At the moment, range is the biggest question for customers looking to buy an EV. Despite the average American’s commute being far less than the total range of even the least capable EV, buyers have serious range anxiety. So customers often flock to cars like Tesla or the Chevy Bolt, all of which have over 200 miles of electric range. But how much range is really necessary? Edmunds discusses this in their new video.

In this video, Dan Edmunds, Jason Kavanagh and Calvin Kim discuss how much range is really needed for everyday driving and they use the Nissan Leaf, Tesla Model 3 and Chevy Bolt as their examples. The Leaf has a range of about 150 miles, while the Bolt can do 238 miles and the Tesla Model 3 can max out at 310 miles with its largest battery.

However, does one really need 310 miles of electric range? Is even 238 miles overkill? Well, there seem to be a lot of factors, such as location, typical use, weather and charge locations. So if you own a home and can install a fast charger in your garage or in your driveway, you don’t necessarily need a super long range, as you can plug it in every night and have a fresh battery in the morning. Though, if you live in an urban city where you don’t have a charger on your premises, and have to rely on occasional spot charging, you might want a longer range, so you can go further in between charges.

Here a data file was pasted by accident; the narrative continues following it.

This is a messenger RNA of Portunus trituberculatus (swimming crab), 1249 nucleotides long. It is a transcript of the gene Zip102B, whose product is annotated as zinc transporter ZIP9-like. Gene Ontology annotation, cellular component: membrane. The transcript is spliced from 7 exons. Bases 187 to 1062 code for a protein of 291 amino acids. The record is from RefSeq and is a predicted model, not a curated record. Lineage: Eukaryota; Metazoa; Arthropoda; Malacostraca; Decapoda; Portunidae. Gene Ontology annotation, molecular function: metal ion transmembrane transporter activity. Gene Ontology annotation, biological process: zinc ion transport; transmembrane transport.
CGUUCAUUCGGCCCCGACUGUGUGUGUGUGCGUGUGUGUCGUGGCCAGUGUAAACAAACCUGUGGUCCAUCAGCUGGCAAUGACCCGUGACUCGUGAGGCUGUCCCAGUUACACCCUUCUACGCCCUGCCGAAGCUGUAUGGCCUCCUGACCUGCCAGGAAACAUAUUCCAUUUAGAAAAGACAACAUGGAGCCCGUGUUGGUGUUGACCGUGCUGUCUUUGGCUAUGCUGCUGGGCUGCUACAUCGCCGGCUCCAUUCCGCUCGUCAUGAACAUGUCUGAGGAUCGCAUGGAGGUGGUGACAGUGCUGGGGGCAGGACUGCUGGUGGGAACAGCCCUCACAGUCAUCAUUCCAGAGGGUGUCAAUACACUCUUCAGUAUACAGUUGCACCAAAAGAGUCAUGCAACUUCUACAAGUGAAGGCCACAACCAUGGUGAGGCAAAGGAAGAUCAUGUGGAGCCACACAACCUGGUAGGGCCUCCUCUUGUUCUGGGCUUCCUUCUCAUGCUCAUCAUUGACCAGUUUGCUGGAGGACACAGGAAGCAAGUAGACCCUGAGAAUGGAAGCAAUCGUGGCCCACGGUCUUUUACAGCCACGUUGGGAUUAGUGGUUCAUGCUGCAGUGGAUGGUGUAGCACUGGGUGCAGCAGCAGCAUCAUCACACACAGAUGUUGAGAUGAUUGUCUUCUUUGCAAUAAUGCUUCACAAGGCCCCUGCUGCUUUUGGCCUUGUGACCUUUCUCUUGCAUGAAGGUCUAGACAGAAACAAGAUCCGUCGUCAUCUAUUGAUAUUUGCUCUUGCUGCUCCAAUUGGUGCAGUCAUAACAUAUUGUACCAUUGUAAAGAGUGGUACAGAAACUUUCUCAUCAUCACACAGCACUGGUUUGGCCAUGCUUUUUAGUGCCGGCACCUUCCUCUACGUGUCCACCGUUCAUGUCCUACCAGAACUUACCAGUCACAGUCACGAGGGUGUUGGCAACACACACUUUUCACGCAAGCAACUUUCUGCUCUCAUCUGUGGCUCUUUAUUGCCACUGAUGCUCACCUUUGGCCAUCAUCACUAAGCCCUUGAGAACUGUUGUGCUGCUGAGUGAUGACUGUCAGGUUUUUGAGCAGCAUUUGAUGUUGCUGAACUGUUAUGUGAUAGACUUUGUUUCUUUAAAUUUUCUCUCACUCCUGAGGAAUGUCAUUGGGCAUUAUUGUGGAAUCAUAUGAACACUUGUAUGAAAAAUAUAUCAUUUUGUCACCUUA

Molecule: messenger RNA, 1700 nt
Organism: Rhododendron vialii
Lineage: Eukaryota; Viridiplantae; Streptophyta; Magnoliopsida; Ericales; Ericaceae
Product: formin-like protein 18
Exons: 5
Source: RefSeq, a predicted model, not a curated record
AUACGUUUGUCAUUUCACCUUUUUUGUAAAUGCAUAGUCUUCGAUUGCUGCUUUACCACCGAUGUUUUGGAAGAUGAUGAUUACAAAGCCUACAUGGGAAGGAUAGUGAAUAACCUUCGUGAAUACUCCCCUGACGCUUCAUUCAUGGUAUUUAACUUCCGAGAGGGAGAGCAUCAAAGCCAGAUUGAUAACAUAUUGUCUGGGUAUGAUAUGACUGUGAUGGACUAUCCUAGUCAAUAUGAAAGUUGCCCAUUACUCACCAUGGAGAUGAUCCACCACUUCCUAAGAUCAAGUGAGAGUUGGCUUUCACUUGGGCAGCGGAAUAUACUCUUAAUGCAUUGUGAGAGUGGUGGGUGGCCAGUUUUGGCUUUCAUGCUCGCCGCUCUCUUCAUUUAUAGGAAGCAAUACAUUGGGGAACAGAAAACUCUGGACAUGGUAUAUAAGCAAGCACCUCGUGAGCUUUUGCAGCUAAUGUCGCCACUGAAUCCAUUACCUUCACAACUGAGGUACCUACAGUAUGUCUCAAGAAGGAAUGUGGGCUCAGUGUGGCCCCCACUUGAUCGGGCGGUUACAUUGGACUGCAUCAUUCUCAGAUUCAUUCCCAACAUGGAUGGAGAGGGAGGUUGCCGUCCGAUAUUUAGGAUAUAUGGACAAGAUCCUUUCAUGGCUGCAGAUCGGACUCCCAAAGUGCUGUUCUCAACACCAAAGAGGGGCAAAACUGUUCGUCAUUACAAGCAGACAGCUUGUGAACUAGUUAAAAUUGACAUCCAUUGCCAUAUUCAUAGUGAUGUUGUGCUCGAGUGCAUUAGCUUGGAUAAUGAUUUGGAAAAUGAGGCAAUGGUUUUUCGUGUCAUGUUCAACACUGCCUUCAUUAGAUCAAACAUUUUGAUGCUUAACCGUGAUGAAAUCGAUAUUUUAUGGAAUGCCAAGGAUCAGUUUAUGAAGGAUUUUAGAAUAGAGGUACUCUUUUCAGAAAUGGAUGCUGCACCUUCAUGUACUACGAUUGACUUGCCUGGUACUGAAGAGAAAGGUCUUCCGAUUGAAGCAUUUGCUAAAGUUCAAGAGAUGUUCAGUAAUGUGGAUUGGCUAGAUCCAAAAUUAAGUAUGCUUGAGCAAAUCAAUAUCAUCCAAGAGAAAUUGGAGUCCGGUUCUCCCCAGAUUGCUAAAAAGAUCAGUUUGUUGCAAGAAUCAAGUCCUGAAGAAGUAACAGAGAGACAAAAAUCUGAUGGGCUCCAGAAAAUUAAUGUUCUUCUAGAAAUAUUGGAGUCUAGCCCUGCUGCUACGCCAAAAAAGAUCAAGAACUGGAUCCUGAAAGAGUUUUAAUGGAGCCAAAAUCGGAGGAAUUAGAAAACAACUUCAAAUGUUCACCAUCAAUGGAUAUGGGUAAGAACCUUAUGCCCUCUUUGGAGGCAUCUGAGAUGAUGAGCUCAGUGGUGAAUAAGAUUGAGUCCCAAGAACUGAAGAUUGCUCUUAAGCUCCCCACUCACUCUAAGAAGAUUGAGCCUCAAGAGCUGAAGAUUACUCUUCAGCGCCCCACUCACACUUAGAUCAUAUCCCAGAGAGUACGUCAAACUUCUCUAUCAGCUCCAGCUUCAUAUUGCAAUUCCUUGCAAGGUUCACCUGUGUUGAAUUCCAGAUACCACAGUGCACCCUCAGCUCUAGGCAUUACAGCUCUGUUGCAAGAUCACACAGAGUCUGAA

Plus, there’s the weather aspect of it. If you live in a home and can charge your car overnight, you still might want a longer range if your home is located in a cold winter climate. Cold weather can drastically reduce battery range on its own but then you throw in the fact that you’ll likely be using the heater, and maybe even heated seats, much more. So that could turn a 151 mile range into an 80 mile total range really quick.

It’s an interesting discussion and one worth watching if you’re considering an electric car. There are a lot of factors that go into choosing an EV, so it’s a good video to watch so you know what to look for in your next EV.